The new strain of the coronavirus that causes COVID-19 dubbed omicron and classified as a ‘variant of concern’ by the World Health Organization dominated the headlines of the pandemic on Monday, although experts stressed it should at least a few weeks before it can be determined whether it is more transmissible or more fatal than the earlier variants.
The session was convened to allow WHO Member States to create a plan to tackle the next pandemic and avoid some of the gaps that have hampered the response to the current one.
“Indeed, Omicron demonstrates why the world needs a new pandemic deal: Our current system deters countries from alerting others to the threats that will inevitably land on their shores,” Tedros said.
Separately, G-7 health ministers are meeting on Monday to discuss measures to tackle omicron.
Already, a multitude of countries have announced bans or restrictions on travel from South Africa and neighboring countries, including the United States, United Kingdom, Japan, Australia, Poland, Norway and the EU.
Omicron has been detected in at least a dozen countries, including Canada, which means it has reached North America. The other countries include France, UK, Germany, Portugal, Denmark, Israel, Hong Kong, Australia, and South Africa. At this time, it is not clear whether it will prove resistant to current vaccines. Moderna mRNA,
said over the weekend that he would know “within the next two weeks” if the current vaccine can offer protection against omicron, and that he could have a new omicron vaccine ready by early 2022, if necessary.
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A report: More cases of omicron appear as the world scrambles to learn more about the latest COVID strain
Dr Anthony Facui, head of the National Institute of Allergy and Infectious Diseases and chief medical officer to President Joe Biden, urged Americans to take the variant seriously, but said there was no reason to panic.
“We really have to, as I’ve said so often, prepare for the worst,” Fauci told ABC News “This Week”. “We may not have to go the way people say. We don’t know much about this virus. So, we want to prepare as best we can, but it may be that this preparation, while important, does not necessarily push us to the next level. “
Fauci said getting the shot and receiving boosters was always the best defense.
“I don’t think there is the slightest possibility that it could completely escape all vaccine protection. It may decrease it a bit, but that’s the reason you increase it, ”he told ABC News. “If there was ever a reason for people vaccinated to be stimulated, and for those who weren’t vaccinated to get the vaccine, it’s now,” Fauci said in a separate interview with NBC News.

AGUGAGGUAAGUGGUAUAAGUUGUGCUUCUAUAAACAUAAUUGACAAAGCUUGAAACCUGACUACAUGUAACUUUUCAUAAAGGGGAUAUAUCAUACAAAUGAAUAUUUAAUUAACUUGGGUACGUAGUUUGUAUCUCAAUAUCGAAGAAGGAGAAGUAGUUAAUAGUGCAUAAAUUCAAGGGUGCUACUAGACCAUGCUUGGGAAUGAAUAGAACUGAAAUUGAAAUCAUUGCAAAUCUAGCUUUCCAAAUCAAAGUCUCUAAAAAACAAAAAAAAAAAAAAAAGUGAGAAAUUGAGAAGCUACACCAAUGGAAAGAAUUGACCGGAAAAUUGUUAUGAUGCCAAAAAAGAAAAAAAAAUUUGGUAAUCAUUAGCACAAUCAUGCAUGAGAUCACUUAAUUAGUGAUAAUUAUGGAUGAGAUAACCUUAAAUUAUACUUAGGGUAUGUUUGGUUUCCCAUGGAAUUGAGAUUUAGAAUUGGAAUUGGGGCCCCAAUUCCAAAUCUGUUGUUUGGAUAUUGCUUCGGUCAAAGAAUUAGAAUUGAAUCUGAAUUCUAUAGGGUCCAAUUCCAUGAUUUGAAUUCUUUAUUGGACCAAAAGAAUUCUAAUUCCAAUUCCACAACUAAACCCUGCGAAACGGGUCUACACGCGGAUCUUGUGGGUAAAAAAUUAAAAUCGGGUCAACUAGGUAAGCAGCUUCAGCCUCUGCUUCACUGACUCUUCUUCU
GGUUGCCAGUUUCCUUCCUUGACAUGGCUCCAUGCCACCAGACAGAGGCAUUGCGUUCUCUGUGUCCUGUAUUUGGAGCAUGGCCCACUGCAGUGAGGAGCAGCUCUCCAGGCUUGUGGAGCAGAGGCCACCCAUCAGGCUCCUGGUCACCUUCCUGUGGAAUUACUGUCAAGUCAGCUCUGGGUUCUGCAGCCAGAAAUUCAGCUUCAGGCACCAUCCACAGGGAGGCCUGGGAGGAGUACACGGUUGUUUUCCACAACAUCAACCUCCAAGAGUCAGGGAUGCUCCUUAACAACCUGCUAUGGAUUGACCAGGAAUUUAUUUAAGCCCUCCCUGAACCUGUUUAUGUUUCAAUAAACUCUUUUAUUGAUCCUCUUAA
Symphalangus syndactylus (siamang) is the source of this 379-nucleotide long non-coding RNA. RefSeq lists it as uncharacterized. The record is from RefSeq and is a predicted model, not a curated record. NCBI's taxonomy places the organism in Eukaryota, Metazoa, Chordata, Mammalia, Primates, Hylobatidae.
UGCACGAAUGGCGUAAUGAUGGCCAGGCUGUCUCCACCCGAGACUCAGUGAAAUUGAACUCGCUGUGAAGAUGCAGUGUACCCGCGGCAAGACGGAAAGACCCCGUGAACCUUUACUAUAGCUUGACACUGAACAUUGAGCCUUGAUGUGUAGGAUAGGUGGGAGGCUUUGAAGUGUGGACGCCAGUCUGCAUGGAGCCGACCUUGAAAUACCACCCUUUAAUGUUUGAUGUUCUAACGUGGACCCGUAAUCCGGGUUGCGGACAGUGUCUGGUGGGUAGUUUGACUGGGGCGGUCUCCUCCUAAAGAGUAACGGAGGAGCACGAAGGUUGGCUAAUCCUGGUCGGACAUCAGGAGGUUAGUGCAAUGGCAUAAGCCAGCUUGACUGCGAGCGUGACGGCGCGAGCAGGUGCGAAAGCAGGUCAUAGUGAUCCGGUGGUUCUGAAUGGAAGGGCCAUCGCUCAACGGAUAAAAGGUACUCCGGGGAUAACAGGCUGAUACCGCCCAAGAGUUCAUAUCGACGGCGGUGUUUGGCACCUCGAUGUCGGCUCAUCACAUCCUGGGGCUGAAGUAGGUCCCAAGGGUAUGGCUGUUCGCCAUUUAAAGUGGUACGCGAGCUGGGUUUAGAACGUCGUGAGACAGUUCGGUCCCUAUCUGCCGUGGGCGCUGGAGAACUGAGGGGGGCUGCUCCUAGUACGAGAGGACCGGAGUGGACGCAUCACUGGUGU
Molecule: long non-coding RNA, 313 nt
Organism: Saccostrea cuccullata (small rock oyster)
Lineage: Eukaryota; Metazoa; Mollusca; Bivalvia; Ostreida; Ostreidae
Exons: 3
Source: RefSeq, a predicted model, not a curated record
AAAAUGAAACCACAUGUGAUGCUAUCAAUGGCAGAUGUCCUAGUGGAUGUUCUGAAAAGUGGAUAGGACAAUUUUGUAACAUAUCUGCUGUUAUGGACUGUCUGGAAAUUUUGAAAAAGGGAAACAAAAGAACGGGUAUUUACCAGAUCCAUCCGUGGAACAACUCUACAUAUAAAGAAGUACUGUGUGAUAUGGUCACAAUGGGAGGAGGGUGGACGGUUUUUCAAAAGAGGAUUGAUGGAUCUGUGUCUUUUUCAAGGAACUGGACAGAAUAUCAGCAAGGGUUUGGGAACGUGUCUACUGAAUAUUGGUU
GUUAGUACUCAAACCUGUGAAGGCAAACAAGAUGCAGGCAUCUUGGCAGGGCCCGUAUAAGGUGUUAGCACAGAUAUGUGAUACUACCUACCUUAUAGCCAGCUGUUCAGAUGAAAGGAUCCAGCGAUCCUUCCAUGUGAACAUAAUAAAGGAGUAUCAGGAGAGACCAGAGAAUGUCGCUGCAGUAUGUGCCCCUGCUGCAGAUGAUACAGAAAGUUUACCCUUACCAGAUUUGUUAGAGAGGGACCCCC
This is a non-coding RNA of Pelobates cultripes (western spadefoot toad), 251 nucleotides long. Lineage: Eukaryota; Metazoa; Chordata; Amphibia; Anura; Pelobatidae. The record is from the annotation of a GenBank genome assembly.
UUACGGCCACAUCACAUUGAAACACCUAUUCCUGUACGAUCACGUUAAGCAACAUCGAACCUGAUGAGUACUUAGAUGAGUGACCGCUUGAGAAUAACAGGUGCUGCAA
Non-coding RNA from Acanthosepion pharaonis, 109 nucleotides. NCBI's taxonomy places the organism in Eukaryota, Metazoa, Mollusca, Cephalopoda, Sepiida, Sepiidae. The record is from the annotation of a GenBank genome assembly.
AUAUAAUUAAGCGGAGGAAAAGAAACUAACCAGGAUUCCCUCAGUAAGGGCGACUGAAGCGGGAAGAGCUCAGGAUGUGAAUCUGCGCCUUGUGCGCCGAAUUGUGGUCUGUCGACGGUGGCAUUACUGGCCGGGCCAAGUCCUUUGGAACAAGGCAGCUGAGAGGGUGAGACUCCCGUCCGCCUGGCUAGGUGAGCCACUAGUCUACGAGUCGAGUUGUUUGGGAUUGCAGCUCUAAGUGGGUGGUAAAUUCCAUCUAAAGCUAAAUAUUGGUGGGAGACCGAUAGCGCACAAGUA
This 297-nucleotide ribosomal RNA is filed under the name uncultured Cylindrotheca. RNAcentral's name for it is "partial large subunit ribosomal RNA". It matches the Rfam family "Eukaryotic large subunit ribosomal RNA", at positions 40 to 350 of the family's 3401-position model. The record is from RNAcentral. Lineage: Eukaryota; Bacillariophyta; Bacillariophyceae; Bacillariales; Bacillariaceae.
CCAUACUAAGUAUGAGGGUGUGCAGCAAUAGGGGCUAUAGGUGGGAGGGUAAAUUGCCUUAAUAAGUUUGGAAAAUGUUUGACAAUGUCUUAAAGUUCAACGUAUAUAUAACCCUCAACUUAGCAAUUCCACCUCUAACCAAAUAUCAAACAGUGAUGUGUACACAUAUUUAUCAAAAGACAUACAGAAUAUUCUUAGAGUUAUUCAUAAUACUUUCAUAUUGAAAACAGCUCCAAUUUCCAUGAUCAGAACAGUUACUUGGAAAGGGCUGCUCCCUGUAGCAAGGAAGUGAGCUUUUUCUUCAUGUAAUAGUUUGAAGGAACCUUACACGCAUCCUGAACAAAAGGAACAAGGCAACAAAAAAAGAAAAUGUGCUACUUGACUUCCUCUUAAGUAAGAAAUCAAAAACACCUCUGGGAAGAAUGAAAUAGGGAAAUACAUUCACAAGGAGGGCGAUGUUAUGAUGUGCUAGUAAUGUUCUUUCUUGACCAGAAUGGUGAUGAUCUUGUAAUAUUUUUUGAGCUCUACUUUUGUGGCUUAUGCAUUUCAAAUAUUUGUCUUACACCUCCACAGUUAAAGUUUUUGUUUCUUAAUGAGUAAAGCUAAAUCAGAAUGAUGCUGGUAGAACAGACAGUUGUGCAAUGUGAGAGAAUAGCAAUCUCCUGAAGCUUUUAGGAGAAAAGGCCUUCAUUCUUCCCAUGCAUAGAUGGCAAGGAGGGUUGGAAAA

Biden echoed the comments on Monday, as he pledged Americans would not have to deal with the types of lockdowns some Europeans face.
“On Thursday, I will come up with a detailed strategy outlining how we will tackle COVID this winter – not with closures or lockdowns, but with more widespread vaccinations, boosters, testing and more,” the president said in his speech. memory. speech at the White House.
For more information, see: Biden says fight against omicron variant of coronavirus will not involve ‘shutdowns or lockouts’
The United States averages over 960 COVID deaths per day, according to a New York Times tracker, although the number may be underreported given staff shortages at health centers over the weekend holiday.
But cases and hospitalizations are starting to rise again, and there are concerns that travel during the Thanksgiving holiday will lead to a new wave of cases. Michigan continues to lead the country in new cases measured per capita, with an average of more than 8,000 new cases per day.
But other hot spots are emerging, including Massachusetts, where cases have increased by more than 80% in the past two weeks, and Illinois, where they have increased by more than 70%, according to the New York tracker. Times.
The Centers for Disease Control and Prevention’s vaccine tracking, meanwhile, shows that 196 million people living in the United States are fully vaccinated, or 59.1% of the total population. That number has barely budged in weeks.
In other news, Dutch police have arrested a married couple who fled a quarantine hotel after one tested positive for COVID on arrival on a flight from South Africa to catch a flight out of the country, the Guardian reported. The Portuguese and the Spaniard were arrested while sitting on a plane bound for Spain.
With a definition broadened to reflect the times, Merriam-Webster declared one ubiquitous truth as his Word of the Year 2021: vaccine.
“It was a word that was extremely high in our data every day in 2021,” Peter Sokolowski, editor-in-chief of Merriam-Webster, told The Associated Press ahead of Monday’s announcement.
The global coronavirus-borne disease tally topped 261.7 million on Monday, while the death toll topped 5.20 million, according to data aggregated by Johns Hopkins University.
The United States continues to dominate the world with a total of 48.2 million cases and 776,713 deaths.
See: Moderna stock rises again in hopes of ‘brand new’ omicron vaccine by early next year
India is second by cases after the United States with 34.6 million and has suffered 468,790 deaths. Brazil has the second highest death toll with 614,278 and 22 million cases.
In Europe, Russia has the most deaths with 268,705 deaths, followed by the United Kingdom with 145,218.
China, where the virus was first discovered in late 2019, has recorded 111,188 confirmed cases and 4,809 deaths, according to its official figures, which are widely considered massively underestimated.